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The Inmates and the Entrepreneur
Diana Kapp | Photo: Robyn Twomey | August 28, 2013
Behind the walls of San Quentin, one Silicon Valley innovator is preparing convicted felons for a new kind of future—in tech.
In May, Redlitz and Parenti give a party at the KickLabs building to thank everyone who has helped the Last Mile and to share some exciting developments. “The Last Mile is going crazy, in a good way,” Redlitz says. He announces that a new incubator session is beginning at San Quentin on September 5, but this time he and Parenti will not be running the show. They are handing the baton to two women who work in other San Quentin programs and have assisted regularly with the Last Mile. Instead, he and Parenti will focus on expanding the program into three additional penitentiaries: Folsom State Prison, Calipatria State Prison in Imperial Valley, and Jackson State Prison, 40 miles from Ann Arbor, Michigan. Exciting, yes, but surely also fraught with risk. I ask Redlitz whether a teacher without his gravitas and connections is going to have the same rapport and success with the students, but he has no doubts. “For us, it’s planting the seed for everyone else to start planting the seed. That’s really the nature of Silicon Valley,” he says. “I see this like a franchise. Each program will have its own flavor. And, eventually, its own Chris and Beverly.”
Redlitz’s friends and colleagues are eagerly raising their hands to teach classes and serve as mentors, to attend Demo Days, and even to provide entry-level internships and jobs for future parolees. A Richmond-born VC interested in youth development has volunteered to partner with fellow Richmond-ite James Houston, a Last Miler released in May, on an after-school program called Teen Tech Hub. RocketSpace CEO Duncan Logan extended Kenyatta Leal, a personable three-striker serving 25 years to life for firearm possession, a job offer before he was even released on July 3. “I can’t wait to get my hands on him,” Logan said in May. Leal, the fifth Last Miler to be released, began at RocketSpace on July 18.
Then, in July, Rally’s CEO calls Harts into his office to share two pieces of news. The first is that Harts’s boss, Warshaw, is changing jobs and will no longer be his supervisor. The second is that Harts will have a new boss—if he accepts the company’s offer of a permanent position as business development associate. Harts is over the moon.
Of course, not every Last Miler has such a Cinderella tale. After 18 years of incarceration, Felix Lucero was found suitable for parole during his Last Mile program, so he never completed the course. Redlitz assured him that he could finish outside and get all the benefits, but Lucero hasn’t pursued this. “I’m not sure I want to be an ex-prisoner forever,” he says. “For so long, [being an inmate is] who you are. Then you get out and you’re like, ‘Am I still that guy? Do I have to be?’” The implication is that Last Milers trade on being ex-cons to get jobs and special treatment. But Redlitz hasn’t given up on Lucero: “I ping him regularly,” he says.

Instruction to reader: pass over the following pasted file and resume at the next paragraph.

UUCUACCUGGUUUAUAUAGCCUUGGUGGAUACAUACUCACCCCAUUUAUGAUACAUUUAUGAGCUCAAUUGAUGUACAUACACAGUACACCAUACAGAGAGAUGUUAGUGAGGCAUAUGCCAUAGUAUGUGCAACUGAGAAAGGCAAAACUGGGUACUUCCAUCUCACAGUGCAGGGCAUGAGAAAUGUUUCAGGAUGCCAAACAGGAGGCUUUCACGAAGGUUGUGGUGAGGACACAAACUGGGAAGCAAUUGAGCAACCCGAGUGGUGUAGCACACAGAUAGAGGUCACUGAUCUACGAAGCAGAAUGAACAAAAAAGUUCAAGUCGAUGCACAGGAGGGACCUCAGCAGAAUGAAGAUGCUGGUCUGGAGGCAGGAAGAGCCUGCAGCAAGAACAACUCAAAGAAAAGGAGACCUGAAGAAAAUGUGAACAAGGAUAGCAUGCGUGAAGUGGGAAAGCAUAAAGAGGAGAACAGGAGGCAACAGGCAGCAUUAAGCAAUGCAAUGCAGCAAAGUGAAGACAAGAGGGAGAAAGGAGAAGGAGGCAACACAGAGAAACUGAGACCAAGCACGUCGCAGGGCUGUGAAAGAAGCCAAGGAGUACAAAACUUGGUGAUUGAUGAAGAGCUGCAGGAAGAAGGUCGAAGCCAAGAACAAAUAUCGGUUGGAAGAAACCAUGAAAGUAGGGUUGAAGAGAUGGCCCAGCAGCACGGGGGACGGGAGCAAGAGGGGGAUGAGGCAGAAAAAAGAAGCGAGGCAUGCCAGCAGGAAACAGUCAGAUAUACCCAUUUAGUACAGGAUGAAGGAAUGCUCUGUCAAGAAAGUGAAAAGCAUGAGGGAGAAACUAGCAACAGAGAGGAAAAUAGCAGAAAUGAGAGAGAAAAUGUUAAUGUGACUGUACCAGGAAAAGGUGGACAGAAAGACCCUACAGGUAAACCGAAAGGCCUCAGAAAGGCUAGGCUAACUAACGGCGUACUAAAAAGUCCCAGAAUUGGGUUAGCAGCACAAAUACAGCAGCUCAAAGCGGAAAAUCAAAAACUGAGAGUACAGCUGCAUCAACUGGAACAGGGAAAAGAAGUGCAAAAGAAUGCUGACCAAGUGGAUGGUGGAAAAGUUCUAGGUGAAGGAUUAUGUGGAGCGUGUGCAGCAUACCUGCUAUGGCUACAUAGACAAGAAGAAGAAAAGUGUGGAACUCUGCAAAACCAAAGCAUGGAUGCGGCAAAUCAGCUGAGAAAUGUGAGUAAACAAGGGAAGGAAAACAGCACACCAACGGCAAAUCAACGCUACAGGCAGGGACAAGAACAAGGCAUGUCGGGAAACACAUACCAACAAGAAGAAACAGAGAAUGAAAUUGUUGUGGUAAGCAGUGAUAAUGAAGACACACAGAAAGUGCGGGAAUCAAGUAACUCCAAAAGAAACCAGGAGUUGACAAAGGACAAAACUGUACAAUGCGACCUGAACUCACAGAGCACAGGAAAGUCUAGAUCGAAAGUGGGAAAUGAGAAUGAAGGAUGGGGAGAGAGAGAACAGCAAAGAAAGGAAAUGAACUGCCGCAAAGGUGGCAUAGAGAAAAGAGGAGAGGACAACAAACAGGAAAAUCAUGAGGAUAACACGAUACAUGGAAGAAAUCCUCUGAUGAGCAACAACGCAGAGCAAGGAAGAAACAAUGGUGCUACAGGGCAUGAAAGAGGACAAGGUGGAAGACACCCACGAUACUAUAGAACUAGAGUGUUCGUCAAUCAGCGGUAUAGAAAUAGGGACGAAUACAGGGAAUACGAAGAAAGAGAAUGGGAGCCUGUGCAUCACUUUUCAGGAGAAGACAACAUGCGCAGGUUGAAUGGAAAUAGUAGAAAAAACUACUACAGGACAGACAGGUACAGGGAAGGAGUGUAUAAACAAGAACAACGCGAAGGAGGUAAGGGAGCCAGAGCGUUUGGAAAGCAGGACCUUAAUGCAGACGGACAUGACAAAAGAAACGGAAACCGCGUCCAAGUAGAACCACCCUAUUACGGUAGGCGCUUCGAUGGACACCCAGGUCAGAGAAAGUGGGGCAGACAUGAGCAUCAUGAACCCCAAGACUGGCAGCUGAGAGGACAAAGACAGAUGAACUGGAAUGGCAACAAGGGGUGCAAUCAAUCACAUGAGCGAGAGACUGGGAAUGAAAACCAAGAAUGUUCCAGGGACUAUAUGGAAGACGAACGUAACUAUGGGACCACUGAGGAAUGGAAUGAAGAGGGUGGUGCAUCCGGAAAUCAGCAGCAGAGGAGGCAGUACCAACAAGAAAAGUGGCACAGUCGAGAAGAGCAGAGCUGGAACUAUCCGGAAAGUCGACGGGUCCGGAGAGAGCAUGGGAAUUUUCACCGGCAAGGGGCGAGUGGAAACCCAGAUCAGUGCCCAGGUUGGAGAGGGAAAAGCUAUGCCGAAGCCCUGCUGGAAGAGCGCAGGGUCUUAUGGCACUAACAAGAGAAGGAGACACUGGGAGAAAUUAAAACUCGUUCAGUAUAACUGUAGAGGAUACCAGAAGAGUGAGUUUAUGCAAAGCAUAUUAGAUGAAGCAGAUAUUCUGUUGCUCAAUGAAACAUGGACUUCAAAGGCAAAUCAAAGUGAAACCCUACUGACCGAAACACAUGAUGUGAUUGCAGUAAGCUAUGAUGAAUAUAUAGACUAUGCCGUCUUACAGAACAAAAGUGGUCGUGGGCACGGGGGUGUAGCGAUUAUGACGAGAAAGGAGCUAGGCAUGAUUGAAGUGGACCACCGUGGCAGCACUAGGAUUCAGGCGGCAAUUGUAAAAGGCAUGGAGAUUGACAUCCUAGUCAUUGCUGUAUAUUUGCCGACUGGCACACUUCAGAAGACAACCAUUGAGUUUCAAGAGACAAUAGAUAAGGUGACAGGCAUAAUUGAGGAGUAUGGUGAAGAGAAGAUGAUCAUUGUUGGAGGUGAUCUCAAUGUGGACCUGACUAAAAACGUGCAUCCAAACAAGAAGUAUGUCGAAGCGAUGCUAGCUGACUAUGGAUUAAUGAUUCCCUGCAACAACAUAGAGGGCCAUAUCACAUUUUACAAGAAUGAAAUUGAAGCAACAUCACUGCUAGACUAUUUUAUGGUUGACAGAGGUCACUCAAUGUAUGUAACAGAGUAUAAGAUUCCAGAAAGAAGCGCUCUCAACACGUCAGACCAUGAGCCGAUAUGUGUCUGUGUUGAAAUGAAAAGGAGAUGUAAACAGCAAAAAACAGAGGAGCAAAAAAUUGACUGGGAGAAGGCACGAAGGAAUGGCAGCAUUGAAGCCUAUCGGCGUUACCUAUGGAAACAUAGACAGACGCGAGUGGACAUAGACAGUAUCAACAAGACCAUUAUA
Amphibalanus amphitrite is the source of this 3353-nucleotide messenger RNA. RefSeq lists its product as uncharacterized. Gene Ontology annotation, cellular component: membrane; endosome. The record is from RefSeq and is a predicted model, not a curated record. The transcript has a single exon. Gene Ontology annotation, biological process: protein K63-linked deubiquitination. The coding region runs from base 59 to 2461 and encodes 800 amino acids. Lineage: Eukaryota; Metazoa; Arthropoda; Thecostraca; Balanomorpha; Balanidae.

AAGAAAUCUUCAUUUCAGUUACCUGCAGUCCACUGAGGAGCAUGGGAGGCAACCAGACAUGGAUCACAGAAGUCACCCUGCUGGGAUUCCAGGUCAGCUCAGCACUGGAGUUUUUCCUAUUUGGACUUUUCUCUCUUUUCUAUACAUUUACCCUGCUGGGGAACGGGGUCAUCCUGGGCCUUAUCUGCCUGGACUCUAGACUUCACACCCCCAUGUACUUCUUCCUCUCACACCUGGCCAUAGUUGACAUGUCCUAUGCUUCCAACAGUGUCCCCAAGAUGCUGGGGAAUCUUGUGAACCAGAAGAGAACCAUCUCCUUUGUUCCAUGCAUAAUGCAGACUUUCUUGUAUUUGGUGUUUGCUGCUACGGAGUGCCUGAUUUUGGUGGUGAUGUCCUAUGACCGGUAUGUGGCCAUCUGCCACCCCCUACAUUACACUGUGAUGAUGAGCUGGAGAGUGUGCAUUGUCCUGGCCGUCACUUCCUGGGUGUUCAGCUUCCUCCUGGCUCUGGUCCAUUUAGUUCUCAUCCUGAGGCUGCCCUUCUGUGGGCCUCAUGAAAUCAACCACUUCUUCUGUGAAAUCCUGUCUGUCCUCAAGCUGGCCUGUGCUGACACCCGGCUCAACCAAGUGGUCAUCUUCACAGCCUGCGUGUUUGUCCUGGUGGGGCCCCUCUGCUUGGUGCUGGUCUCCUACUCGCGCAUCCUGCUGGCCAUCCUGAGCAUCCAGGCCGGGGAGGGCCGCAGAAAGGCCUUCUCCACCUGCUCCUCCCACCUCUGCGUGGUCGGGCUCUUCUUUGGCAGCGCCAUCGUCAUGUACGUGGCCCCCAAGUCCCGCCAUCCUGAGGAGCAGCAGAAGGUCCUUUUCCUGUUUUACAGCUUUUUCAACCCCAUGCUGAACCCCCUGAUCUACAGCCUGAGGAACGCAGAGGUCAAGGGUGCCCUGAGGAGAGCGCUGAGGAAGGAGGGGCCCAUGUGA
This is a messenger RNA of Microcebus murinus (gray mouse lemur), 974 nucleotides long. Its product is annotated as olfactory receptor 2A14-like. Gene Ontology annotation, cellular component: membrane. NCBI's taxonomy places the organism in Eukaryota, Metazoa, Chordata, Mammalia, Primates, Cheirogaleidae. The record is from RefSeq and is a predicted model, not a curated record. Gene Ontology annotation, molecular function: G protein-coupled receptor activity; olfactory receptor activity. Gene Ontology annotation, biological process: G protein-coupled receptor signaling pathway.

Redlitz hasn’t had to face the scenario in which an internship doesn’t end with a real job offer, but he insists that he’s not banking on immediate permanent placements. “Nobody is guaranteeing a job,” he says. “I have to assume that most of the guys are going to have to find employment outside [of their internships]. If we don’t approach it that way, we’re not going to get the commitment from companies.” He believes that starter jobs will produce the momentum necessary for the interns to move forward. “It’s enough time, I think, for them to start to get reacclimated, but it’s less than a $10,000 commitment for the employer.”
Redlitz also hasn’t had to face the challenge of scalability, as critical for a program like the Last Mile as for any startup. The magic of this program is its high touch, lend-a-hand approach—which may prove difficult to provide to a large number of participants at one time. Another uncertainty is what will happen in the long term to Last Milers. Will their lives truly be changed? Will success stories like Hart’s become more than anecdotal oneoffs? Can transformation be maintained for 1, 5, 20 years?
The primary question that Redlitz constantly faces, though, is why criminals deserve a leg up when many other people who have obeyed all the rules never get any support. He has an easy answer: We all benefit from helping prisoners reintegrate into society. “When you realize the kind of money we’re spending to keep them in, that’s taking away from people on the outside,” he says. “Let’s make them successful, and we’ll have more money to serve everybody.”
Originally published in the September 2013 issue of San Francisco